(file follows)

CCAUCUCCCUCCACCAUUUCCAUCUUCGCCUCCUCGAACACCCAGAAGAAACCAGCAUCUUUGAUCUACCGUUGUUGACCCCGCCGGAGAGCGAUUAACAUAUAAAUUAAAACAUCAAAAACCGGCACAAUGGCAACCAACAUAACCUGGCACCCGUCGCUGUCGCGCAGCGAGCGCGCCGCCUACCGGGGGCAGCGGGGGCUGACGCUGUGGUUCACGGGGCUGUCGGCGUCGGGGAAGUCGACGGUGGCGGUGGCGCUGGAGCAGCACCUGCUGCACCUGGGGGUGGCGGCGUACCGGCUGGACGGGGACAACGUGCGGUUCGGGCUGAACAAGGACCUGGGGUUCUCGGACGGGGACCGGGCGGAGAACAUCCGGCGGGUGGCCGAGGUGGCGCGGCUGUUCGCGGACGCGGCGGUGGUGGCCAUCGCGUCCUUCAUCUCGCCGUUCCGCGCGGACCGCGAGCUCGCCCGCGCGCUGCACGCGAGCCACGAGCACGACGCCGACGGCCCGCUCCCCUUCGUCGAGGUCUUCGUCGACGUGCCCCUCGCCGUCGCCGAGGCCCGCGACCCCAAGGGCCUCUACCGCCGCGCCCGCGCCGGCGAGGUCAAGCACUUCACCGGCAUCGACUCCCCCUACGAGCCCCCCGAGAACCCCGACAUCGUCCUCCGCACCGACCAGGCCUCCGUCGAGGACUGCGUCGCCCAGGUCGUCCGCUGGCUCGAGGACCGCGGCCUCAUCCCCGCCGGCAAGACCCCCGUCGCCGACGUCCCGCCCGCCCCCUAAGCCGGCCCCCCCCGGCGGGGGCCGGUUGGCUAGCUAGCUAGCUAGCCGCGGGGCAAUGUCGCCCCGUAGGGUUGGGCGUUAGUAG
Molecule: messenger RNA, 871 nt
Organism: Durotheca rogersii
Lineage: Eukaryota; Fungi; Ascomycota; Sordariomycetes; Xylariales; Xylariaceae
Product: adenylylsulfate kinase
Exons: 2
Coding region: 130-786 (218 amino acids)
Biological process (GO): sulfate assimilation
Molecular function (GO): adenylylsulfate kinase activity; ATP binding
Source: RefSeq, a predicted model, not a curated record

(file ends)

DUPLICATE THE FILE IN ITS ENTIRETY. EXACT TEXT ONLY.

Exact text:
CCAUCUCCCUCCACCAUUUCCAUCUUCGCCUCCUCGAACACCCAGAAGAAACCAGCAUCUUUGAUCUACCGUUGUUGACCCCGCCGGAGAGCGAUUAACAUAUAAAUUAAAACAUCAAAAACCGGCACAAUGGCAACCAACAUAACCUGGCACCCGUCGCUGUCGCGCAGCGAGCGCGCCGCCUACCGGGGGCAGCGGGGGCUGACGCUGUGGUUCACGGGGCUGUCGGCGUCGGGGAAGUCGACGGUGGCGGUGGCGCUGGAGCAGCACCUGCUGCACCUGGGGGUGGCGGCGUACCGGCUGGACGGGGACAACGUGCGGUUCGGGCUGAACAAGGACCUGGGGUUCUCGGACGGGGACCGGGCGGAGAACAUCCGGCGGGUGGCCGAGGUGGCGCGGCUGUUCGCGGACGCGGCGGUGGUGGCCAUCGCGUCCUUCAUCUCGCCGUUCCGCGCGGACCGCGAGCUCGCCCGCGCGCUGCACGCGAGCCACGAGCACGACGCCGACGGCCCGCUCCCCUUCGUCGAGGUCUUCGUCGACGUGCCCCUCGCCGUCGCCGAGGCCCGCGACCCCAAGGGCCUCUACCGCCGCGCCCGCGCCGGCGAGGUCAAGCACUUCACCGGCAUCGACUCCCCCUACGAGCCCCCCGAGAACCCCGACAUCGUCCUCCGCACCGACCAGGCCUCCGUCGAGGACUGCGUCGCCCAGGUCGUCCGCUGGCUCGAGGACCGCGGCCUCAUCCCCGCCGGCAAGACCCCCGUCGCCGACGUCCCGCCCGCCCCCUAAGCCGGCCCCCCCCGGCGGGGGCCGGUUGGCUAGCUAGCUAGCUAGCCGCGGGGCAAUGUCGCCCCGUAGGGUUGGGCGUUAGUAG
Molecule: messenger RNA, 871 nt
Organism: Durotheca rogersii
Lineage: Eukaryota; Fungi; Ascomycota; Sordariomycetes; Xylariales; Xylariaceae
Product: adenylylsulfate kinase
Exons: 2
Coding region: 130-786 (218 amino acids)
Biological process (GO): sulfate assimilation
Molecular function (GO): adenylylsulfate kinase activity; ATP binding
Source: RefSeq, a predicted model, not a curated record